100 Years of the Best American Short Stories

100 Years of the Best American Short Stories

Book - 2015
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Collects forty short stories published between 1915 and 2015, from writers that include Ernest Hemingway, John Updike, and Alice Munro that exemplify their era and stand the test of time.


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Apr 08, 2019

" Then they all gathered around Sonny and Sonny played. Every now and again one of them seemed to say, Amen. Sonny's fingers filled the air with life, his life. But that life contained so many others. And Sonny went all the way back, he really began with the spare, flat statement of the opening phrase of the song. Then he began to make it his. It was very beautiful because it wasn't hurried and it was no longer a lament. I seemed to hear with what burning he had made it his, with what burning he we had yet to make it ours, how we could cease lamenting. Freedom lurked around us and I understood, at last, that he could help us to be free if we would listen, that he would never be free until we did. Yet, there was no battle in his face now. I heard what he had gone through, and would continue to go through until he came to rest in earth."----Baldwin writes presciently as if he were writing of Roberta Flack, and Don Maclean, of George Harrison, and John Lennon, of Bobby Zimmerman, and Jim Morrison. In other words, he wrote this story for the ages; it was not limited to race or sexual preference. Thus, it is the finest art there is in literature. Imagine that. . . this man wrote lyrically of the making of music, in this case, jazz. Do i say it is the best of this collection? I do not.

Sep 13, 2017

I don't enjoy short stories as a rule, but found this book interesting in letting me sample a variety of authors, some well-known and some I'd never heard of before. I like best the Sherman Alexi story (some humor and a lot of outlook on the American Indian experience from one of their own). Philip Roth's story was a pleasant surprise as I have never enjoyed his writings and after two attempts at his earlier novels, skip over him. I found this tale a good "coming of age" take on something that may or may not have really happened. It was also interesting to read, or at least try to get into some very well-known and venerated authors and finding them not much to my liking - but at least I now have an idea of why I don't care to read certain authors.

Jul 07, 2017

Look I know this took me two months to finish but I have a very good reason for that, alright? These stories are all so dense, each one like a rich, delicate cheesecake. You don't just eat 40 cheesecakes in a week, do you? No, you eat one whole cheesecake every day, like an average American. So that is what I did, I read a story each day or every other day, giving these stories time to sink in, enjoying each delicious sentence as I wandered through the history of one of America's finest publications.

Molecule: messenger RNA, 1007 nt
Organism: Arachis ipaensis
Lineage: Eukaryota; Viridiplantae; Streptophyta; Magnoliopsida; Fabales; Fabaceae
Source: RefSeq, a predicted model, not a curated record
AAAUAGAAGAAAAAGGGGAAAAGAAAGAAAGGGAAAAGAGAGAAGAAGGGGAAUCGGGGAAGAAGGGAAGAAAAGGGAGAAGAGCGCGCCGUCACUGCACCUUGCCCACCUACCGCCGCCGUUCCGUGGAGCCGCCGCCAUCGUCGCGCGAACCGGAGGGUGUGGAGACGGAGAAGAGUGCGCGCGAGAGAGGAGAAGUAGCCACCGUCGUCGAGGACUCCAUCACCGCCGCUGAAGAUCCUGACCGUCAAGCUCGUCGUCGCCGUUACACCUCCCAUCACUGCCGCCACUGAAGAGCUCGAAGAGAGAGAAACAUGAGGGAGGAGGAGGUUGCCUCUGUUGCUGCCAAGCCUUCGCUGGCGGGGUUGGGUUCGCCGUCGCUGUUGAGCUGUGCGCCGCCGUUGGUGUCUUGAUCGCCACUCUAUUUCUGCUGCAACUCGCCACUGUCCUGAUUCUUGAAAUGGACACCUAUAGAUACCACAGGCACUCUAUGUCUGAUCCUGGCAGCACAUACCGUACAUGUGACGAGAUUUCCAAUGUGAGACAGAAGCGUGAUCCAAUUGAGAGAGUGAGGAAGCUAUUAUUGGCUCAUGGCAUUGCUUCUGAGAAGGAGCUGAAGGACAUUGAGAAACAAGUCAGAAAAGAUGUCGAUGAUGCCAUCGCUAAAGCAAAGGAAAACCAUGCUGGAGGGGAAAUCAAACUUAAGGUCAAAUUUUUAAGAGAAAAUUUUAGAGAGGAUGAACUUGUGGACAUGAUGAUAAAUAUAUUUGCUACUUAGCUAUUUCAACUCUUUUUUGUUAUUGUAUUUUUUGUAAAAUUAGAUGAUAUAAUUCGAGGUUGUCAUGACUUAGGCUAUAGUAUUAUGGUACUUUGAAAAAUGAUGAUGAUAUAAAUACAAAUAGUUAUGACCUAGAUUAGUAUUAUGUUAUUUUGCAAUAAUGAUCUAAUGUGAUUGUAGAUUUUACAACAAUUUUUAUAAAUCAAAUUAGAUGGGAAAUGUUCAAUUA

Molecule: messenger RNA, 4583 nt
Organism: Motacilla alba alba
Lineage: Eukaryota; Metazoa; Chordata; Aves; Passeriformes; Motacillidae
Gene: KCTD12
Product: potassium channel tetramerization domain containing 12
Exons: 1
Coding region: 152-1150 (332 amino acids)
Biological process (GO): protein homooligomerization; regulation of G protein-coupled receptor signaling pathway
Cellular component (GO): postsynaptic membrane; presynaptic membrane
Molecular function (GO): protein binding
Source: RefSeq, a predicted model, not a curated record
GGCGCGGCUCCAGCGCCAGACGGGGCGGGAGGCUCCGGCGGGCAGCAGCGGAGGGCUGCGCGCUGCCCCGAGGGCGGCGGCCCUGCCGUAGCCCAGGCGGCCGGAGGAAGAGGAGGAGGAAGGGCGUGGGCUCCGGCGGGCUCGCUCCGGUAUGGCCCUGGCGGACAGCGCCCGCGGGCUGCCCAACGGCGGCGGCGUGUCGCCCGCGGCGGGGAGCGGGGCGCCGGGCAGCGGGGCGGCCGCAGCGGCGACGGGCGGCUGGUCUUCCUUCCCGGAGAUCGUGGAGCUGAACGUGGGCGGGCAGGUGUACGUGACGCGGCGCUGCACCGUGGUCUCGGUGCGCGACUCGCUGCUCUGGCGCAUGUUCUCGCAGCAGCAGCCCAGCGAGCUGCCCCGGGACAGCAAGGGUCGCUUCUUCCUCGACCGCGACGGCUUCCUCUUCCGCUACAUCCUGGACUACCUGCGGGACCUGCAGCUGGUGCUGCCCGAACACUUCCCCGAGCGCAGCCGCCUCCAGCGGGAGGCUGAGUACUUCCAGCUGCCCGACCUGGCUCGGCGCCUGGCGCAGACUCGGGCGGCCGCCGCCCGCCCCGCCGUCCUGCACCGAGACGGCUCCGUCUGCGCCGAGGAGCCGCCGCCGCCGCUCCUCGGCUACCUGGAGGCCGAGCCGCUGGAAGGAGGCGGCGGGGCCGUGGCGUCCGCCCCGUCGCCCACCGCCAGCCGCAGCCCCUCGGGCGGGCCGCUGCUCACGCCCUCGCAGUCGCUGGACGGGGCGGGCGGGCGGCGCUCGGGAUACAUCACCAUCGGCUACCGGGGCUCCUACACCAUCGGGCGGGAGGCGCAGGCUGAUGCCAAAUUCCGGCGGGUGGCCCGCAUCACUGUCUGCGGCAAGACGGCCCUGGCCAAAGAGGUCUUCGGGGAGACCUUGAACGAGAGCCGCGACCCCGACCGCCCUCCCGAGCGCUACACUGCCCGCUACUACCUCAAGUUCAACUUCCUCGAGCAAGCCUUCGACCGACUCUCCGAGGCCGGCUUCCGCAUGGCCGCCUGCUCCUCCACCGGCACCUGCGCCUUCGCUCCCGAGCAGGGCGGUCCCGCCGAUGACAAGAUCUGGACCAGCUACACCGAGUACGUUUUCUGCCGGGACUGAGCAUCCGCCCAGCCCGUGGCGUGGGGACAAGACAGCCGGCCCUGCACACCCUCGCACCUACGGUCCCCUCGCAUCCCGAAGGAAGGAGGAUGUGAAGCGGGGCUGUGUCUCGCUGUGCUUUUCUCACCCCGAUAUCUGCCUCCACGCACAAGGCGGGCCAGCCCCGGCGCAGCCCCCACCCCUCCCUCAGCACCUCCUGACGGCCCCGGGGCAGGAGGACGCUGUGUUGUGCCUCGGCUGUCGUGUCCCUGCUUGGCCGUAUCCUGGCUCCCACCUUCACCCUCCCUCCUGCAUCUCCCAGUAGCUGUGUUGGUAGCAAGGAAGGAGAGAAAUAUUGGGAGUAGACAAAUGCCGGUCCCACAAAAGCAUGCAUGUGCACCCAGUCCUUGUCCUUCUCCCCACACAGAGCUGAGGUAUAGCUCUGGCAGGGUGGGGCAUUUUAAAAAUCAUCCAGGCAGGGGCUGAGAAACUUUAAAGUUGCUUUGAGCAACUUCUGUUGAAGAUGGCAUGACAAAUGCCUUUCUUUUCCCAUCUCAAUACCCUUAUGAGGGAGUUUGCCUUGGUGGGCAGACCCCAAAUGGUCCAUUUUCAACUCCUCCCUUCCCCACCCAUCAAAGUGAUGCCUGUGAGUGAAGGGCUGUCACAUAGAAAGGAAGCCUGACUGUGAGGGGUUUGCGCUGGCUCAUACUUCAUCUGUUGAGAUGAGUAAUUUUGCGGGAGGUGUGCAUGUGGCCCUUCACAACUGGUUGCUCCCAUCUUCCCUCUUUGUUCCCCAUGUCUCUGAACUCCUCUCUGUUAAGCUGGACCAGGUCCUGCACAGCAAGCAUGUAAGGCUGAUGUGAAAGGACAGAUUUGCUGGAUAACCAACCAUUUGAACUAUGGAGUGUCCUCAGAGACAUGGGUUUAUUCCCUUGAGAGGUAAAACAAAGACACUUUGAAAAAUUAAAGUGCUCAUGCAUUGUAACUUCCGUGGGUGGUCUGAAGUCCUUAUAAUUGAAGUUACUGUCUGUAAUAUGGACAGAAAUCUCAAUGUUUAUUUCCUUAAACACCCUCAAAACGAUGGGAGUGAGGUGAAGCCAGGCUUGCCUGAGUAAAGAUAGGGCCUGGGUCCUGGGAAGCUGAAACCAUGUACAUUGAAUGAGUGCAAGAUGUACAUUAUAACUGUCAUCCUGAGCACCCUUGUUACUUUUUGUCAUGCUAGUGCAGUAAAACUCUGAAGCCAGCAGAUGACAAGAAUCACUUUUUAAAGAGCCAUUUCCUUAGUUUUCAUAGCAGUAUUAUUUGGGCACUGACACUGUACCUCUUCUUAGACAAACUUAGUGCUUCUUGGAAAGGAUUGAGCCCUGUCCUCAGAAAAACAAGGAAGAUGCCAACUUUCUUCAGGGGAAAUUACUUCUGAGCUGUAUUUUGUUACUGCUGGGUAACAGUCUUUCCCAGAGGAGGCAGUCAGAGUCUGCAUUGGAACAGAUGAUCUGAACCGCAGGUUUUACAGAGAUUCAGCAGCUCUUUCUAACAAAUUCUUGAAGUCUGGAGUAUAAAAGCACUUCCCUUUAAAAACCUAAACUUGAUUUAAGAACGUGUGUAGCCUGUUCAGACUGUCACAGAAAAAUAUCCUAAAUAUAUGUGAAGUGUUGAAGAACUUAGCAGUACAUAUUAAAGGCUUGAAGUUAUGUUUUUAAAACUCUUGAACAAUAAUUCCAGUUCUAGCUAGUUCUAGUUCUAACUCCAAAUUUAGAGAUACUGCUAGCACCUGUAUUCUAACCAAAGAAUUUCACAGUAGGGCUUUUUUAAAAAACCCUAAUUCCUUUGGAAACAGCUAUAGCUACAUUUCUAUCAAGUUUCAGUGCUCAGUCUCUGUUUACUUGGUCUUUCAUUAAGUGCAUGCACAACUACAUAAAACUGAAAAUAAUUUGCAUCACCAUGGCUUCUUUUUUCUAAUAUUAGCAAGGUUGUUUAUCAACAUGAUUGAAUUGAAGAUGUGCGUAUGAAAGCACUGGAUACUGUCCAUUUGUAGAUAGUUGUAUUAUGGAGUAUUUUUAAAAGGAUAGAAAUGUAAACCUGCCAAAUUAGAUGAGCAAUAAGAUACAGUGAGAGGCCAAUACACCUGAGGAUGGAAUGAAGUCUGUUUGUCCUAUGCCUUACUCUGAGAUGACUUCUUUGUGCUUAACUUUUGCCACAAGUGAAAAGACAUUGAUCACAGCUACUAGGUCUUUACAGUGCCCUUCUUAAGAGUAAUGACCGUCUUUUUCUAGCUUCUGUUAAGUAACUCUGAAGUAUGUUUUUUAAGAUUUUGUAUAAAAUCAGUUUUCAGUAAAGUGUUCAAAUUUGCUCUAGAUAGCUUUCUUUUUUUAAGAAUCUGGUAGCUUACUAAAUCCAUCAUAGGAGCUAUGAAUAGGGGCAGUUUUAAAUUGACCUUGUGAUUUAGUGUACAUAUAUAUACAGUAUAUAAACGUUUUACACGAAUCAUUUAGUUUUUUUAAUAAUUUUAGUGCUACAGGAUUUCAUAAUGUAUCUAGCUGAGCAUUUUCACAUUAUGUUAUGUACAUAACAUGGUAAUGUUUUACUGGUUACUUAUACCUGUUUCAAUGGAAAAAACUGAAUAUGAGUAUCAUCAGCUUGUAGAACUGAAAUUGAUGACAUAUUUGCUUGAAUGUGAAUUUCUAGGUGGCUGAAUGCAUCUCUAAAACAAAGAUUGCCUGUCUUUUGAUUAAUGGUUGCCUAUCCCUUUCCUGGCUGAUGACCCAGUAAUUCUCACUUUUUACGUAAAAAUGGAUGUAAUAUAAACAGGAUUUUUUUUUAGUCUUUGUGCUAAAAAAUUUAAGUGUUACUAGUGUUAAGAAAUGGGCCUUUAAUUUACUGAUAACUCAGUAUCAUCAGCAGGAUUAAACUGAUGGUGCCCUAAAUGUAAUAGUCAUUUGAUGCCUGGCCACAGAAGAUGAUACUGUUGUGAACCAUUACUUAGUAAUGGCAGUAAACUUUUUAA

A Goodreads review could not possibly cover the scope of these stories so I will just highlight the very best of the best. To start from the beginning, F. Scott Fitzgerald's "Babylon Revisited" is a great story about a man's love for his daughter and the alcoholism that prevents their being together. It's so good that it makes me want to revisit Fitzgerald's other works even after attempting to read that boring Gatsby book (Come at me, nerds). John Cheever's "The Enormous Radio" is a strange tale of domestic life with a supernatural twist, while James Baldwin's "Sonny's Blues" tells the story of a drug-addicted jazz pianist from his brother's perspective, and describes music more beautifully than any writing I've ever seen.


As this tome moved into authors of more recent years, I worked my way through absurd and poignant stories like Mona Simpson's "Lawns", about a girl trying to break off a physical relationship with her father as she makes her way through college. There were also more diverse stories of people affected by colonialism and immigration, such as in Jamaica Kincaid's "Xuela" and Jhumpa Lahiri's "The Third and Final Continent." There isn't much sci-fi or satire to speak of other than George Saunders' "The Semplica-Girls Diaries" which is an incredible story that makes you identify with people from two sides of a point of contention. But probably the best story of all, in my estimation, is "What You Pawn I will Redeem" by Sherman Alexie. No story in this volume is written more clearly, more effectively, or more humorously while relating very serious problems plaguing native American people. If you read only one story from the collection, that's the one to read.


There were some stories I skipped as you can only eat so many flavors of cheesecake before you find one that doesn't sit well, but even if it's not a perfect collection, it is still a great collection for its sheer coverage and scope. Reading from cover to cover provides a fascinating look at the history of the American short story, showing how our perspectives, ideals, and stories have changed so dramatically, while still remaining so essentially American. Now if you'll excuse me, I've eaten quite a bit of cheesecake and may need to regurgitate some of it onto my own paper. For isn't that what writing is at its most basic? Taking the ideas of others, digesting them, and creating your own projects from their inspiration? I don't know. The one thing I do know is that I could really go for some cheesecake.


More Reviews at https://www.goodreads.com/mancolepig

Feb 01, 2016


Very little from early years and most from 1970's to present day. Could be more balanced. There are NOT more good stories today than there were years ago. I expected the very best through all the decades. Big, chunky heavy book not conducive to reading.


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